Learning to Love What’s Good For Me

A conversation about positive mental hygiene

Image courtesy of Pixabay

Clearly, I write an awful lot about mental health and parenting--that’s how I got a 'top writer' status in both categories here on Medium in less than two weeks. I write constantly. But I don’t write about these things because I’m such an amazing or enlightened person.

I’m messy and broken.

My purpose in writing--and my belief that I can help other people by doing so--lies within my struggles and pain rather than any success or expertise. Because I haven’t been a particularly successful or even a very happy one. Not consistently. Not yet.

That’s how I know the value of talking openly about parenting and mental health.

I come from an incredibly dysfunctional family rife with mental illness. We’re talking manic depression, Munchausen syndrome, schizophrenia, frequent estrangement and multiple forms of abuse mixed with very strict Christianity.

My older sister coped with all of this through drug addiction, which eventually led to her going to prison when I was eighteen. There are many things I still don’t know about her years on drugs or going in and out of prison and jail, but I do know the most devastating blow was losing custody of her four kids.

She has recovered brilliantly from her drug addiction and turned her whole life around, but it hasn’t been without a great deal of suffering. She’s still separated from her children who are now in high school and I don’t know my nieces or nephew.

My sister and I didn’t even know each other for most of our lives and rarely had contact with one another. For the longest time I didn’t even feel like I had a sister.

These days, she and I are Facebook friends and we joke about how it’s a miracle that we can uphold jobs and "adult" at all because our parents taught us nothing about the real world or how to function in it.

They never taught us healthy habits.

And though I never turned to drugs to cope, I’ve had other demons. I’ve spent my adulthood running away, changing course, and yearning for the roots I never planted. I’ve been so lost that I let myself be swept up in the currents. As a result, I rarely took charge of my own life.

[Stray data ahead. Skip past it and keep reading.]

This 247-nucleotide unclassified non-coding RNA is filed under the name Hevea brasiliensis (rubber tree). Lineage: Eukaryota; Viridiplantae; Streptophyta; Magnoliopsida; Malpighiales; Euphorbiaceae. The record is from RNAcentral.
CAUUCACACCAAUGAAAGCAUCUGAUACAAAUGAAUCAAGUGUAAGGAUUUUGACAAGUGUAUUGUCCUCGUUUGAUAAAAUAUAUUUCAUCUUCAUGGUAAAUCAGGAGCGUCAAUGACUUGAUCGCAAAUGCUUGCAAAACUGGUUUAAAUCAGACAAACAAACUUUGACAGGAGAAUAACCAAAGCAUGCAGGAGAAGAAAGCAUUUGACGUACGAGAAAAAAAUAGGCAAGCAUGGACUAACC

Throughout these struggles, I’ve learned a lot about the need to speak openly about our dark times. Because there have been so many moments when I needed someone to tell me I wasn’t alone--and actually mean it.

Sadly, it’s not something our culture openly talks about: growing up in mental illness, dysfunction, and abuse. How it twists you up inside and impacts your future path.

And do you know what we talk about even less?

Positive Mental Hygiene

When we do talk about mental health, it’s often the terribly important missing part of the conversation.

If you’ve grown up in a family where mental illness and toxic habits were the norm, you’re already at a disadvantage when it comes to your mental health. Because you don’t know what’s healthy, safe, or positive.

You only have these toxic patterns that feel normal--even when you know they’re not.

And suppose you were lucky enough to enjoy a healthy childhood and entered adulthood relatively unscathed, you still need to practice good mental hygiene. It only takes a little bit of stress or anxiety to let yourself slide into unhealthy habits that snowball into larger problems.

When I talk about positive mental hygiene, I like to quote something Bella’s dad tells her in New Moon (That’s right, we’re talking book two of The Twilight Saga. Suck it up, peeps):

Sometimes you have to learn to love what’s good for you.

That’s positive mental hygiene in a nutshell. It’s precisely as simple and as complicated as that. Sometimes the things we love, or the habits we’ve come to rely on are terrible for our mental health. But learning a new way is hard.

Just like any bit of self-care, it's also highly individual.

Right now, I’m writing this on my first "free weekend" in weeks. My daughter is spending time at her dad’s house, so I’m trying to juggle the content marketing I do from home, with the writing I’m doing here on Medium... with all of the cleaning I’ve neglected. I should also be taking care of myself this weekend.